World Patient Safety Day 2020: COVID-19 pandemic highlights why keeping healthcare workers safe matters
A knowledgeable, skillful, motivated and cautious healthcare workforce is critical in providing appropriate and safe care to patients.
The World Patient Safety Day was established in May 2019 by the World Health Assembly, and the day itself is celebrated on 17 September. The World Health Organisation (WHO) and its associated institutions and nations are virtually celebrating this day in 2020 with the theme Health Worker Safety: A priority for patient safety and the slogan “Safe health workers, safe patients”.
It might seem strange at first glance that the focus on patient safety also highlights the need for better protection of healthcare workers but the COVID-19 pandemic, in particular, has underlined this need. The WHO points out that the pandemic is among the biggest challenges faced by the world at present and healthcare is perhaps living its greatest crisis in patient safety. The pandemic has put unprecedented pressure on healthcare systems from around the world, and every one of these health systems depends on the vital service of health workers.
A knowledgeable, skillful, motivated and cautious healthcare workforce is critical in providing appropriate and safe care to patients. But the pandemic has also shown that healthcare workers are currently facing an immense challenge and working in the stressful conditions of a pandemic has increased the threats faced by them.
How COVID-19 has impacted healthcare workers
A study published in ERJ Open Research in April 2020 indicated that a month after the declaration of COVID-19 as a pandemic, global health systems showed gross unreadiness for such a situation and most countries left their healthcare workers in the lurch. The shortage of personal protective equipment (PPE), for example, was felt globally and left most healthcare workers exposed to COVID-19 infection even as they rallied to serve patients in need.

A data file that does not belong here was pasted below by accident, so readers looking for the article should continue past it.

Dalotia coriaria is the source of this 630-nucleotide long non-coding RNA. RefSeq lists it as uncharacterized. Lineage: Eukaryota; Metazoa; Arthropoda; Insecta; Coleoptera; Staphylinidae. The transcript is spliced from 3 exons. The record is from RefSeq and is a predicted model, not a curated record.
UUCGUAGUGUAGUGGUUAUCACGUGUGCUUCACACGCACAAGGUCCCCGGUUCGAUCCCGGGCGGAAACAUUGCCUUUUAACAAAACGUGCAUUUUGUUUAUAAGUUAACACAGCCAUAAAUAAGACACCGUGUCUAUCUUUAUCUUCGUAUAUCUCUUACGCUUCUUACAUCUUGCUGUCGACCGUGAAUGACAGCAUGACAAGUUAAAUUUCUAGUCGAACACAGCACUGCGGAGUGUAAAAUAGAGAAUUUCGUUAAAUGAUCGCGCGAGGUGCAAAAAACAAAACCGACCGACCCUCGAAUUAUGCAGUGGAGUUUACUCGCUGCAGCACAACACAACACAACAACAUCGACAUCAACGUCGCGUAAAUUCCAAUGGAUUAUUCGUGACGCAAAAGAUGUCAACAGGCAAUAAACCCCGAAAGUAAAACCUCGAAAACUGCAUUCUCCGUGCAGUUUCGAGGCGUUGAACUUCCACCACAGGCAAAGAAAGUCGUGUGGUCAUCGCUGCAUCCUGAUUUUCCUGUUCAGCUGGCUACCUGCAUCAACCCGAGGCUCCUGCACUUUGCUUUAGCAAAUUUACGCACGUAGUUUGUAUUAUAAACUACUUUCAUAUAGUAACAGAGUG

The study also anticipated that community transmission and asymptomatic carriers could put healthcare workers at more risk during the pandemic, underlining the need for more protective measures beyond the hospital setting. Another study, published in the Indian Journal of Otolaryngol Head Neck Surgery in June 2020, conducted a cross-sectional hospital-based survey between April and June and found that 40 healthcare workers were infected within the first two months of the pandemic at just one hospital. About 57.5 percent of the infected healthcare workers reported positive for psychological parameters like anxiety, fear, anger, irritability and insomnia, and yet, 42.5 percent received no psychological counselling at all.
The importance of keeping healthcare workers safe
This Indian study highlights that workplace risks for healthcare workers, even after contracting the infection while serving patients, are very high and very little is being done to manage the psychological stress the workers are under. Media reports from August 2020 suggest that 87,000 healthcare workers in India have so far been infected with COVID-19 , with just six states — Maharashtra, Karnataka, Tamil Nadu, Delhi, West Bengal and Gujarat — reportedly accounting for three-fourths of the positive cases.
A more recent report by the Indian Medical Association says that 382 health workers have already died of COVID-19 infection. These reports suggest that healthcare workers may not be receiving the support and care they require to perform their much-needed duties during the pandemic.
As the WHO points out, these challenges faced by healthcare workers not only increase their risks of being infected and contributing to outbreaks within the healthcare facility they work at but also increase the chances of inducing errors which can potentially harm patients and colleagues.
The psychological duress and the risks of stigma, violence, illness and death exacerbate the crisis faced by healthcare workers. It is only with urgent action taken by healthcare administrators, policymakers, governments, industry and civil society that these crises faced by healthcare workers can be mitigated. And let’s not forget that their mitigation is a vital part of ensuring optimal patient care and safety.
For more information, read our article on Patient rights in India.
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